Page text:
Facing an Active Shooter Situation
March 15, 2013
You see police shootouts on Tv. read about them. maybe think about them.
But what should you do if you ever encounter an active shooter situation?
Sometimes, even trained security officers, police officers, and soldiers don’t know. Every situation is different … and most of us aren’t security or police officers. Even as ex-military, we may not be fully prepared for such an event in civilian life.
So what should you do to save yourself, friends, and loved ones if bullets start flying in your business, or the one you’re visiting?
There are several possibilities
Let me tell you what I think is best
Some states allow citizens to openly carry their firearms. If you want to, and you live in such a state, by all means do so. (States with the least restrictive firearm laws are usually see the fewest firearm crimes. And rarely do mass shootings occur in a state that allows open carry).
But if you’re at work, school, or out and about, that may not be an option for you or your cohorts. However, a useful methodology has developed over the past year or so: it’s called “Run, Hide, or Fight.” It works like this:
1: Run … Run if you can, because it’s the safest thing to do. If you can get out of the line of fire and away from the area where the shooter is, do it. This is why evacuation plans exist in most businesses. Although only 17% of businesses have an active shooter evacuation plan, it still makes sense.
If your employer doesn’t have such a plan, then do what you can to make up your own. If you know that the shooter is a current/former employee, then take this advice; DO NOT take the planned evacuation routes.
What? How crazy is that? But think: who knows the evacuation route better than a current/former employee? If that shooter is going to target specific people, then they’ll know which routes to cover and began shooting at those who are running to get out.
So discover some other little way to get out of your facility that is less risky and not known as well – but stay safe.
2: Hide … If you can take cover and hide, do it. Find a good “hidey hole” and stay there until the police or other emergency personnel come looking for you and everyone else. It doesn’t matter where this “hidey hole” is, just as long as it will keep you safe and sound.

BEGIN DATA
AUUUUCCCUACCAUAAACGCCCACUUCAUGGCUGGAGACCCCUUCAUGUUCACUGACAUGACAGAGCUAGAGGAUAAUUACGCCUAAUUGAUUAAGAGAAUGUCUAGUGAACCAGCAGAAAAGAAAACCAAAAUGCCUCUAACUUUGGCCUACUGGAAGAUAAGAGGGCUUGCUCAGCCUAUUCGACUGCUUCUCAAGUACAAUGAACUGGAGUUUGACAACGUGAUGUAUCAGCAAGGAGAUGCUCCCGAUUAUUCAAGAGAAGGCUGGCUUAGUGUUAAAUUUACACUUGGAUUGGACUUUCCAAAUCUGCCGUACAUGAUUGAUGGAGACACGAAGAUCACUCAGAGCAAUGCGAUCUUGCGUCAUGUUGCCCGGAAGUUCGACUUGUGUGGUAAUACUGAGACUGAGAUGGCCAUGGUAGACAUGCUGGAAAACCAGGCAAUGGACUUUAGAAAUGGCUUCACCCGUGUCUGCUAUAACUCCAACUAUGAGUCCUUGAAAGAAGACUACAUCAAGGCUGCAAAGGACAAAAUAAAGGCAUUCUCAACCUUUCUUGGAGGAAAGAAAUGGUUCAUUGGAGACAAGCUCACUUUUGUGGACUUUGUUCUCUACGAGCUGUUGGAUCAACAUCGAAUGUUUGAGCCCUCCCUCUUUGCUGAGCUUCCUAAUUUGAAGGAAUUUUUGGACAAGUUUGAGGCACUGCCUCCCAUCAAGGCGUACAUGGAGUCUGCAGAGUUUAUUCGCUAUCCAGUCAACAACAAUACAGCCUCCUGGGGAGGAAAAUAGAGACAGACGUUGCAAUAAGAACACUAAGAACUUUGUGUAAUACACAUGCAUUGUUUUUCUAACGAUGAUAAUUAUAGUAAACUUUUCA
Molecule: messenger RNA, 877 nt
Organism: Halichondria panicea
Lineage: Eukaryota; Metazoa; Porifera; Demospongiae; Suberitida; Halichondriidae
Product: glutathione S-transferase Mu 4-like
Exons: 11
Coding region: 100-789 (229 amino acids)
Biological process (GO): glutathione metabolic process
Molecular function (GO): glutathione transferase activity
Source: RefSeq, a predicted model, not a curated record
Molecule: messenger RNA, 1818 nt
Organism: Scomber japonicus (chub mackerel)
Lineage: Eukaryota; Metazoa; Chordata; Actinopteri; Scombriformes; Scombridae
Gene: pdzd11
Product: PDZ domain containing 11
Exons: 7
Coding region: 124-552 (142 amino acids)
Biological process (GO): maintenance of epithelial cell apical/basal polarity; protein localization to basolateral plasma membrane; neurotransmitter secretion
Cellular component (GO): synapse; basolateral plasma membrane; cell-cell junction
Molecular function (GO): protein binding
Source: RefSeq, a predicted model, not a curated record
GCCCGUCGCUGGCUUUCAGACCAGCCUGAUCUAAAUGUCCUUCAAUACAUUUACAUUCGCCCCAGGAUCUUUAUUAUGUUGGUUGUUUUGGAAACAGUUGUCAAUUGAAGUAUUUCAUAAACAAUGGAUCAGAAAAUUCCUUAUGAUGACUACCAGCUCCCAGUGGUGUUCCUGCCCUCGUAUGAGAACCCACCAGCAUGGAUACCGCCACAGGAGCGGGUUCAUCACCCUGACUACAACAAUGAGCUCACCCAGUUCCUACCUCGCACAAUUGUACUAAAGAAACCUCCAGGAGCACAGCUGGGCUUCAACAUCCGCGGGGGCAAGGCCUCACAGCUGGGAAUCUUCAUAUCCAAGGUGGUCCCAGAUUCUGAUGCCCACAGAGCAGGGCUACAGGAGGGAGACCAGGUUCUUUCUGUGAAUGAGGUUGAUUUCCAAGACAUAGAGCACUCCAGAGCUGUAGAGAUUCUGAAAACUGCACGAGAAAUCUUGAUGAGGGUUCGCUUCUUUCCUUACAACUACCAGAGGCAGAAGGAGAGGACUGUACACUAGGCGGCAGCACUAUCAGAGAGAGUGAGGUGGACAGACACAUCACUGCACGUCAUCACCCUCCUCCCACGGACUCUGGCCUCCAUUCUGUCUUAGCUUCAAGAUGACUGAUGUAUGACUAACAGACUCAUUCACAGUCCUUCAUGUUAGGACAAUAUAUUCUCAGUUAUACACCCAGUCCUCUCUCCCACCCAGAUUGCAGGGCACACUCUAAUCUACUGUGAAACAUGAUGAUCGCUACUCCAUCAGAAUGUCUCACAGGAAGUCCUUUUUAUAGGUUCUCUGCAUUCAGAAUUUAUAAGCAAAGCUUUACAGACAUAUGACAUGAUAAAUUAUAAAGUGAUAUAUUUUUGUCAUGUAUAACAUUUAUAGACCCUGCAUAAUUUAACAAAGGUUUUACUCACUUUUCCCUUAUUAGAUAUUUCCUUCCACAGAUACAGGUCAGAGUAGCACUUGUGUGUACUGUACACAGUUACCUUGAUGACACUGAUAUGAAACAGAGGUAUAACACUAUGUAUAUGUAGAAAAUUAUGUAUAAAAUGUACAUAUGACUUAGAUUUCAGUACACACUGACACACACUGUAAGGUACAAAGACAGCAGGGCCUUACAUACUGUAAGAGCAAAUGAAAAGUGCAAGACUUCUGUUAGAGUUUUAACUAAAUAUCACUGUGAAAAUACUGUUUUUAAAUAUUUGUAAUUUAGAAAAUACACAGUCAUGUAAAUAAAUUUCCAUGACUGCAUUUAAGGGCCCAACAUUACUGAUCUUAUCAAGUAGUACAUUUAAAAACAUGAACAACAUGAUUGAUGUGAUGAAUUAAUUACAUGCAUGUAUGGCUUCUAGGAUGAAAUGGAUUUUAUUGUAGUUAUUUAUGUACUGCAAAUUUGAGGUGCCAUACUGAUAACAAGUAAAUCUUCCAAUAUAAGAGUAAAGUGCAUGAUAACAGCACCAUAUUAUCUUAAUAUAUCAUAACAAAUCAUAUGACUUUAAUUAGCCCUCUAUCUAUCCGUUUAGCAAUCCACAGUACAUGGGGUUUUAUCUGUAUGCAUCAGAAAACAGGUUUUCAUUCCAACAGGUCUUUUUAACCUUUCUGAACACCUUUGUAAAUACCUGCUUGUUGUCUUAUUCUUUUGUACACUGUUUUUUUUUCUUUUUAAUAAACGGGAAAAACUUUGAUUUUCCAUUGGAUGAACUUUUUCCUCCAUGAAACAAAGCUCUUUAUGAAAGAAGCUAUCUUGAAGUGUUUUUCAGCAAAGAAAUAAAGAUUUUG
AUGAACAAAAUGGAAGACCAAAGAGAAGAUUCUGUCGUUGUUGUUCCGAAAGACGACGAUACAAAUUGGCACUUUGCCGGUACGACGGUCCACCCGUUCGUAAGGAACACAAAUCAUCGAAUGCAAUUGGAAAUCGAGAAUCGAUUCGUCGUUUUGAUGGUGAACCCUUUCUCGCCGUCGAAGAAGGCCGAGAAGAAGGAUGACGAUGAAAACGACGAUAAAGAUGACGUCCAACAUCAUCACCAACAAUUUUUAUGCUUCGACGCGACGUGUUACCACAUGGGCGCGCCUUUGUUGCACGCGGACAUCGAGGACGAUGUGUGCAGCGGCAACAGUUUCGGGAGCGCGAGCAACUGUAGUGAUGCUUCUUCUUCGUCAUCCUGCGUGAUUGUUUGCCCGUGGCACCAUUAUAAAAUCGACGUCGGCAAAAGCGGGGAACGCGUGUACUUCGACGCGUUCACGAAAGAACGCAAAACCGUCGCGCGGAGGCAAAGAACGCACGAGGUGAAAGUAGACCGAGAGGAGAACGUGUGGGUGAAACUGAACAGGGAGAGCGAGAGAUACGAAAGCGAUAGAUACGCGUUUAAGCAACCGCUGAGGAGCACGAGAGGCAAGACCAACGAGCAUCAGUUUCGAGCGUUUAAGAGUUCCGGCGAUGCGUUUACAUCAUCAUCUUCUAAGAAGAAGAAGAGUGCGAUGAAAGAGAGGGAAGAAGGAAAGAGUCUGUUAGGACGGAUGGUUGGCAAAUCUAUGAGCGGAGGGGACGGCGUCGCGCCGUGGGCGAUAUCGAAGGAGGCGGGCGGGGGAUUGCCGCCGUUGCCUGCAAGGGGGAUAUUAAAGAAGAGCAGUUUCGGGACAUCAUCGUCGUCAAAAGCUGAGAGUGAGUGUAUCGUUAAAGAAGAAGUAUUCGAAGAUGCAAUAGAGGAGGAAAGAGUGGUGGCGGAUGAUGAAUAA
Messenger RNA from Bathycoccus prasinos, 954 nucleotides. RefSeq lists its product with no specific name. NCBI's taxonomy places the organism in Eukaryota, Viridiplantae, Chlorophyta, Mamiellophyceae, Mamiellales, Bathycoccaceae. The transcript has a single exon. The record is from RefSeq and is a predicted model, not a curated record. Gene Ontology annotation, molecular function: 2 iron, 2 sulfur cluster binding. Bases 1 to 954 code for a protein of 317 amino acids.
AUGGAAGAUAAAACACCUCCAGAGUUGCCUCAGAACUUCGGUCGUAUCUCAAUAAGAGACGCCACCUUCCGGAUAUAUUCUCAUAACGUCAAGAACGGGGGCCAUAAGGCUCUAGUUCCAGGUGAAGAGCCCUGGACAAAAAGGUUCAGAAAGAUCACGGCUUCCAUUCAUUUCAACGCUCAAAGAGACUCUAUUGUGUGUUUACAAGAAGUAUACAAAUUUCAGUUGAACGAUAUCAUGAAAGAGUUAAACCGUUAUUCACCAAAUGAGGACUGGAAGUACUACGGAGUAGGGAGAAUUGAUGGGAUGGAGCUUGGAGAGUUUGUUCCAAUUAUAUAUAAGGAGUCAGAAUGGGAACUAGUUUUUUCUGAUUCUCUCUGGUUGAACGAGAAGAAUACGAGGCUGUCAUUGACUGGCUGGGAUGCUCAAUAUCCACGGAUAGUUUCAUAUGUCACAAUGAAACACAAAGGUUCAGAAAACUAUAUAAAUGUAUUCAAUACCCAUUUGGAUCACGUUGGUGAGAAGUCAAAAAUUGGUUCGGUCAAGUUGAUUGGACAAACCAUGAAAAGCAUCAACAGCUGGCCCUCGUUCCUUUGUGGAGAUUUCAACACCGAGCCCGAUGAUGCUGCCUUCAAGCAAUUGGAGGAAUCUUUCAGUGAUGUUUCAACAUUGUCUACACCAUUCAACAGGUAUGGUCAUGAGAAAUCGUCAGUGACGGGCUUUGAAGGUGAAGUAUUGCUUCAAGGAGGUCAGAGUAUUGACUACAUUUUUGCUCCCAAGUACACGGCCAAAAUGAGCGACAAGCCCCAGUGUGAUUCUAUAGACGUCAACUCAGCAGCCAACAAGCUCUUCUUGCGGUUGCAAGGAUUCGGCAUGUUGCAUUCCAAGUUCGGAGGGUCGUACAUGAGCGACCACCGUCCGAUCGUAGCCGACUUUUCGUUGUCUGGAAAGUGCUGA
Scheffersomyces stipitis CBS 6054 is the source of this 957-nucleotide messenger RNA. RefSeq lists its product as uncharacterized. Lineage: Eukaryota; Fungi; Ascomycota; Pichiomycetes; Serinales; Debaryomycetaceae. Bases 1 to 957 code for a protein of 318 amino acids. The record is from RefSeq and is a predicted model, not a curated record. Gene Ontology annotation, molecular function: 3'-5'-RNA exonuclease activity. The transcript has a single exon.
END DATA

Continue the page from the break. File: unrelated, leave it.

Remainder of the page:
Ensure that it is:
- behind a cabinet …
- behind or under a desk …
- inside a closet that locks …
- in a storm cellar …
- or something similar.
Once you’re there, stay quiet. It does no good to hide away from a shooter, but then make a sound that gives away your location. If you have asthma or a cold, that may not be possible — so in that case, for the sake of your friends or co-workers, find another place to hide.
Two final options
3: Fight … Actually, you can do one of two things …
ü Your first option is again to run if you can. If you decide you can make it out of your “hidey hole” and be safe, then by all means make a run for it.
ü Your second option is to fight back. If you encounter the shooter, you may have to fight them, possibly for your life. Use whatever is at hand to distract them and get the sights off yourself. Throw stuff. Staplers, cups, vases, books, folders, binders, phones, even chairs — anything freestanding you can get your hands on — make excellent weapons at a moment’s notice. Not to mention your own hands, feet, and arms!
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Keep in mind that most active shooter incidents are targeted. If people other than the intended victims get shot, it’s because the shooter’s aim was off or people accidentally got in the way.
Despite what the media and talking heads would have you believe most shooters will not just randomly start shooting at anyone and everyone.
For your and your friends’ future safety, memorize the elements of Run, Hide, Fight … though we pray you never need them, you never know when you might.
We at Sollars Security Shield (Today’s Training LLC) are ready, willing, and able to assist you in designing, writing, developing, and implementing your active shooter plans.
Call us at 480-251-5197, or 480-495-4186